“Moreover monks of all Nikayas currently find it hard to recruit young to the order, mainly because of the reduced family size”
      What then are those crowds of samaneras regularly paraded as new entrants?

  • 2
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    Thanks for the article Uditha….long, but full of info. One can infer that prior to the European invasion, there was no real caste. It is inferred that caste in Sri Lanka was more about occupation (i.e. each group was able to get the same wage for their respective occupations), and related to geographical area and work availability. This is quite unlike the Indian caste system, where humans were/are forced in e.g. one small village to do different levels of jobs- castes were delegated per village. In Sri Lanka, it was more of gilded associations.
    *
    The article implies that the Govigamas were/are a united egalitarian bunch, whilst the coastal lot were/are full of schisms. The Kandyans however, brought in a Hindu caste system in, but it became mostly symbolic. The simple livelihood of the landowning Govigama caste generally tended to be egalitarian. Yet the symbolic Hindu caste structure remains for ecclesiastical purposes. It also secured the right of property for the Govigama castes, thus saving the traditional Lankan habitat.
    *
    The coastal castes were probably also quite simple in their livelihoods prior to the European invasion – the fisherman fished, the cinnamon peeler peeled, and the toddy-tapper tapped. Yet, after the invasion, with commerce and money flowing around, the coastal classes began to get one up on each other with their wealth. Wealth attempted to beget more wealth, and even the inland Govigama lands were not spared – luckily the priests tightened their control and some land was spared. Yet out of the many moneyed schisms of the coastal castes, came the greater desire for humility and egalitarianism. Ecclesiastics changed accordingly to counter the accumulation of wealth and retain the Buddhist purity.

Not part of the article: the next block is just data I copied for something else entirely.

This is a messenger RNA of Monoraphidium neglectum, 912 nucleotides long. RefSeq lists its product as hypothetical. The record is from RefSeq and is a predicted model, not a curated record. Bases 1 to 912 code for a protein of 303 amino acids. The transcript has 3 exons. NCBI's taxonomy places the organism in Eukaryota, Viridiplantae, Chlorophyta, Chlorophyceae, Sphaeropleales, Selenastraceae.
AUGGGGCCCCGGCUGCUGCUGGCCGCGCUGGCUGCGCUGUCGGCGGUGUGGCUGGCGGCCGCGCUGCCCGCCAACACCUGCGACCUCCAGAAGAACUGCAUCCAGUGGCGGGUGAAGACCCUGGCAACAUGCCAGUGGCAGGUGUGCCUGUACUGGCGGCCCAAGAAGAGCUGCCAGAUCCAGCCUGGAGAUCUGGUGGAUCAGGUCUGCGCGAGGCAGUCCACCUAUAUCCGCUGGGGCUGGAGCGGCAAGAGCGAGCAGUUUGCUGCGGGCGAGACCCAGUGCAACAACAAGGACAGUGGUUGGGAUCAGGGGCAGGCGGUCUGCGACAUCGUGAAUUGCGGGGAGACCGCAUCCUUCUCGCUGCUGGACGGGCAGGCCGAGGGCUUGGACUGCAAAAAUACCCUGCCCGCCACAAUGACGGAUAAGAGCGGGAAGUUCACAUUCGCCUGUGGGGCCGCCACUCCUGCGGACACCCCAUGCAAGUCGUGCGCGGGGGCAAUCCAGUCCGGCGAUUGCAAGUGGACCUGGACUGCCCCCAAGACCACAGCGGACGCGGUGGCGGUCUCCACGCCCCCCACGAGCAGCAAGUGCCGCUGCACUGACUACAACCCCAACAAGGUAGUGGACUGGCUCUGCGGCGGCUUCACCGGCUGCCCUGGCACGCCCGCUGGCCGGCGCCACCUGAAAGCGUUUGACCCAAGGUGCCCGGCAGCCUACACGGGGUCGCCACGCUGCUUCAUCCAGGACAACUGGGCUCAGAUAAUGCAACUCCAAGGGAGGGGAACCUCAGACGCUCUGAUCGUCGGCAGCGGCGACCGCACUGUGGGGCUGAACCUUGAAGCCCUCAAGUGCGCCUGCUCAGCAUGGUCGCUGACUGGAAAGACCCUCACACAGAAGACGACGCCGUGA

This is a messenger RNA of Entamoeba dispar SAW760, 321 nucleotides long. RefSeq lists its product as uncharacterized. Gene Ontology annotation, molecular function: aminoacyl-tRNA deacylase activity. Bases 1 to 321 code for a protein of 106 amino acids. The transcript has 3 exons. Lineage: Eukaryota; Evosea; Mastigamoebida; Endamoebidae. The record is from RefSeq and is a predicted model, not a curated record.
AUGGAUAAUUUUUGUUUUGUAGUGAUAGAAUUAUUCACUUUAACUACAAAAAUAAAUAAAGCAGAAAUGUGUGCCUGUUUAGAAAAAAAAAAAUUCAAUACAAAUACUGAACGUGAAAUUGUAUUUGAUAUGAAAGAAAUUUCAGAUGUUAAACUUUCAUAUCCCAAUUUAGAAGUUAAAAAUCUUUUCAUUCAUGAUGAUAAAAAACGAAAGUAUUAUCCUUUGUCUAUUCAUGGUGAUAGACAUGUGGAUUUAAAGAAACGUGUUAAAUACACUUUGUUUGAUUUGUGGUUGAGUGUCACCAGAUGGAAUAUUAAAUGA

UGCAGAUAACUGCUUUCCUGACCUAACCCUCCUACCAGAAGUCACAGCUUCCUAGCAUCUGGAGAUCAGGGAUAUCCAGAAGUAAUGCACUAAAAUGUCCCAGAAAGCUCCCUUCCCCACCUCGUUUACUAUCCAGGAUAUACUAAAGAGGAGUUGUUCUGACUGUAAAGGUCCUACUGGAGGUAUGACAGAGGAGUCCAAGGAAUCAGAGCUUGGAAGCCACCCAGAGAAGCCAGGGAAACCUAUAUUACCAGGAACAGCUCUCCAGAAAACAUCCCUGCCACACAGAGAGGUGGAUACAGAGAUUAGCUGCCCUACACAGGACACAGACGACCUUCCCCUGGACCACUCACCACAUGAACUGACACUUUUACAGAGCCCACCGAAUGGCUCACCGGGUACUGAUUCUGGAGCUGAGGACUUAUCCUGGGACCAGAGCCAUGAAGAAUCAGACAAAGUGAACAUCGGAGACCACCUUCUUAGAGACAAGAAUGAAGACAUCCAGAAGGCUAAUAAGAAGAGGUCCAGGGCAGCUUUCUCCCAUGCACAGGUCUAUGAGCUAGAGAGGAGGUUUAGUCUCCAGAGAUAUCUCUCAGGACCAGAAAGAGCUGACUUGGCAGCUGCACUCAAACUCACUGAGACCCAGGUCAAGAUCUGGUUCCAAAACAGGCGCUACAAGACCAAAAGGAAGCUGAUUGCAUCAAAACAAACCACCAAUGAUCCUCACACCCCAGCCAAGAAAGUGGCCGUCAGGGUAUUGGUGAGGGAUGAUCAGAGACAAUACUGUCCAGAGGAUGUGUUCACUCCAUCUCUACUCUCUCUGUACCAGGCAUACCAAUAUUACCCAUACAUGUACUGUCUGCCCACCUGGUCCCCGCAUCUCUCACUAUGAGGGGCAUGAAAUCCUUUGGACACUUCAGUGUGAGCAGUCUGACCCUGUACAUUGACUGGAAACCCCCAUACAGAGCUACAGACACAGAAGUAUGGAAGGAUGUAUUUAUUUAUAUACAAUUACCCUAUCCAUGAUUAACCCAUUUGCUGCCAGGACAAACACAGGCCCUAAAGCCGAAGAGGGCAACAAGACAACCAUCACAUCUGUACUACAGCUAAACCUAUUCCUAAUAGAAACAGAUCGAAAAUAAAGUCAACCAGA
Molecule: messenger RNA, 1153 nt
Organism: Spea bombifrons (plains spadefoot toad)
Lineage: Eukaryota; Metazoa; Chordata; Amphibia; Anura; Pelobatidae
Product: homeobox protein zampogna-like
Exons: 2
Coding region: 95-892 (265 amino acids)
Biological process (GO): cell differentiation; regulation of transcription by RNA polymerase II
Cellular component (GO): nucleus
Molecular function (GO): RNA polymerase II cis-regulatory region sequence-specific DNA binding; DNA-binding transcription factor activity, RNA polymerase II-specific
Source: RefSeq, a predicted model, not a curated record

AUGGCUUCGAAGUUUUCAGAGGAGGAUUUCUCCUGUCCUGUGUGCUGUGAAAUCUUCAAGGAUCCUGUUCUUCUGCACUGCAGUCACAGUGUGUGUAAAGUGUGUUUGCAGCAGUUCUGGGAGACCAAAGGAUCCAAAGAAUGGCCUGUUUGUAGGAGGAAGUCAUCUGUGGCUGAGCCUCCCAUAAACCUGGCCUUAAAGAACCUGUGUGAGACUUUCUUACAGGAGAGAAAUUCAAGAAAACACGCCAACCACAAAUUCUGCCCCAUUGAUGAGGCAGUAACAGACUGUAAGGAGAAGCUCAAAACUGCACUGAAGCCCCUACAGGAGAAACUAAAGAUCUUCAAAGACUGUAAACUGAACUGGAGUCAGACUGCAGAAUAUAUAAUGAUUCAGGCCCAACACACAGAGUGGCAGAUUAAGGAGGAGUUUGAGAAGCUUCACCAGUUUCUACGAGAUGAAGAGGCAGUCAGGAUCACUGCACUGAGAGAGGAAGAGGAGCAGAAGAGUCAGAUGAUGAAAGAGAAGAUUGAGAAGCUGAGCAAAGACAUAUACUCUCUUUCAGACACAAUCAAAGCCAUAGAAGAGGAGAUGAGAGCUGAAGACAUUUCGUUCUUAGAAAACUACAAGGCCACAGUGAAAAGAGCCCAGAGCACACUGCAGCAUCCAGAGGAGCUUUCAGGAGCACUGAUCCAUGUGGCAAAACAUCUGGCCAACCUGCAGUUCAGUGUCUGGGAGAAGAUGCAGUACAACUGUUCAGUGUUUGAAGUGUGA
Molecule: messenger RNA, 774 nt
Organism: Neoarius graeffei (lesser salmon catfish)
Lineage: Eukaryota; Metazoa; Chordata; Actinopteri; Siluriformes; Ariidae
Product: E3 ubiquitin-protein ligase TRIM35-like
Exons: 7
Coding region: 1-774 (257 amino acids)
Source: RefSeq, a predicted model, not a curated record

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      Drear grandma Ramona,
      “Thanks for the article Uditha….long, but full of info. One can infer that prior to the European invasion, there was no real caste.”
      Is that what you made of Uditha’s efforts? Rather like saying there were no chickens before eggs.

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        OC….. it was always class and gilded associations rather than caste. European invaders put our classes together with the Indian system……(well, it was a bit more caste than class compared to Europe, but never as rife).